Aaron Gunches was sentenced to death by the State of Arizona for the murder of a man. According to court documents an argument broke out between the victim, Ted Price, and Aaron Gunches. The two would get in a vehicle together and would drive to a reservation where Aaron Gunches shot the victim twice in the head. Aaron Gunches was later involved in a high speed police pursuit and when the Officer approached his vehicle afterwards Gunches would fire two bullets at him. Thankfully the Officer bulletproof vest stopped on of the shots and the second shot deflected off of his watch. When Aaron Gunches was later pulled over bullets found in his vehicle matched those that killed Ted Price. Aaron Gunches was arrested, convicted and sentenced to death.
Aaron Gunches 2021 Information
ASPC Florence, Central Unit
PO Box 8200
AARON B. GUNCHES 145371
Florence, AZ 85132
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In December of 2002, the body of Ted Price was found shot to death on the Salt River Reservation near Mesa. In January of 2003 Gunches was pulled over by Arizona DPS Officer Robert Flannery near the California border. Gunches shot Flannery twice – luckily, one of the bullets was stopped by a bulletproof vest and the other deflected off Flannery’s wristwatch and he suffered minor injuries. Gunches fled and ultimately was arrested after a manhunt that included more than 50 officers. Bullet casings found near Price’s body matched the gun Gunches used to shoot Officer Flannery. Gunches pled guilty to the execution-style murder of Ted Price. At the penalty phase, Jennifer Garcia testified that she and Gunches were staying with Gunches’ girlfriend in Mesa when Price, who was the girlfriend’s ex-husband, came to visit. Gunches grew angry at Price and ordered Garcia to drive him and Price out to the reservation, where Gunches shot Price three times in the chest and once in the back of the head.
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In November 2002, Ted Price visited his ex-wife, Katherine Lecher, in Mesa, Arizona. Price planned to stay at Lecher’s apartment while waiting for a school grant. After about ten days, the two began fighting and Lecher told Price to leave. The argument became increasingly heated and Lecher hit Price in the face with a telephone. Price remained conscious but appeared dazed and unresponsive.
¶ 3 Gunches came to the apartment that evening. After talking with Lecher, he asked her two roommates, Michelle Beck and Jennifer Garcia, to put Price and his belongings into Lecher’s car so Gunches could take him to the bus station. Gunches told Garcia to drive. Once at the station, Gunches said he did not have enough money for a bus ticket. He ordered Garcia to drive out of Mesa. Soon thereafter, he told her to turn onto a dirt path and to drive toward a dark, isolated desert area.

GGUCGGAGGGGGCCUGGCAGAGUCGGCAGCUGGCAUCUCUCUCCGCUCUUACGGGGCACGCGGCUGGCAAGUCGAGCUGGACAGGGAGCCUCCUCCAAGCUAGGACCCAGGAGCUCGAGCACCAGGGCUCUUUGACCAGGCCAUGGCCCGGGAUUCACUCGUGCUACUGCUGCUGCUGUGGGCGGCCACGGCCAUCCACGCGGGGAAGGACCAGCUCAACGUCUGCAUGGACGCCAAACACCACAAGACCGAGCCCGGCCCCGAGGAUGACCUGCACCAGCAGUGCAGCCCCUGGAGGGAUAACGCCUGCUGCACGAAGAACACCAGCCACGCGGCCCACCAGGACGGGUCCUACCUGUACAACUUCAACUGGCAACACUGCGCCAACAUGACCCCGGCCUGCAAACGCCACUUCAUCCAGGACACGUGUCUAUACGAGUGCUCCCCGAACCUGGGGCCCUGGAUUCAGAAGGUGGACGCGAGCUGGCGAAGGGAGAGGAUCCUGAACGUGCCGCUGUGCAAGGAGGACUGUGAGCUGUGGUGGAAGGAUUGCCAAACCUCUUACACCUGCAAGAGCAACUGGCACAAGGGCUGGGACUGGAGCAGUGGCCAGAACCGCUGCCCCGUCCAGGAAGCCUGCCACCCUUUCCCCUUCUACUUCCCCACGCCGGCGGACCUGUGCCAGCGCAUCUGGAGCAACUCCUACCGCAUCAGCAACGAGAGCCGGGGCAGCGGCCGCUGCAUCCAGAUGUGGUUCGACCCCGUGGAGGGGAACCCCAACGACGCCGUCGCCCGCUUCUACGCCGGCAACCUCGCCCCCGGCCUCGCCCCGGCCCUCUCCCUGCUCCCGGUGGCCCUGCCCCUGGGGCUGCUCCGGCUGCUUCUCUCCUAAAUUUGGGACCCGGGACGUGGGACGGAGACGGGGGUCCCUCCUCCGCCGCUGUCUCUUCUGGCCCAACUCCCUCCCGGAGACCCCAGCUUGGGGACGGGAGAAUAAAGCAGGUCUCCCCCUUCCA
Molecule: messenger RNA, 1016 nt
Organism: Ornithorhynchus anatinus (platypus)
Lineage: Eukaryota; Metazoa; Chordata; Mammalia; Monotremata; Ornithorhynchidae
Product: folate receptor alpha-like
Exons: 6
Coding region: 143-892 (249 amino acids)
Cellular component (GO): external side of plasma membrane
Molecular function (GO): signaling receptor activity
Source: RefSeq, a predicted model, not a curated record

¶ 4 Garcia stopped the car. While Gunches was looking in the trunk, Price got out. Garcia then heard three popping sounds and saw Price fall to the ground; after hearing another popping sound, she saw Gunches standing by Price’s body with a gun at his side. Gunches got into the car, and Garcia drove back to Mesa, stopping once to dispose of Price’s belongings in a dumpster.
¶ 5 Price’s body was discovered several days later. After Price was identified, detectives interviewed Lecher, Beck, and Garcia. Beck said that Gunches told her that he had killed Price. While the investigation continued, Gunches was arrested in La Paz County for shooting at a law enforcement officer. He later pleaded guilty to attempted murder for that incident. The authorities matched the weapon used in the La Paz County shooting with projectiles recovered from Price’s body and projectiles and a shell casing recovered from the murder scene.
¶ 6 In October 2003, Gunches was indicted for the first degree murder and kidnapping of Price. Gunches was found competent to stand trial in November 2005 and competent to waive his right to counsel in November 2007. He subsequently pleaded guilty to both counts. Based on the La Paz County conviction, Gunches stipulated during the aggravation phase that he had previously been convicted of a serious offense under A.R.S. § 13-751(F)(2) (2010). The jury also found that Price’s murder was committed in an especially heinous or depraved manner, see id. § 13-751(F)(6). Gunches presented virtually no mitigation evidence during the penalty phase (an objection was sustained to the only question he asked his one mitigation witness), but requested leniency in allocution. The jury determined that he should be sentenced to death.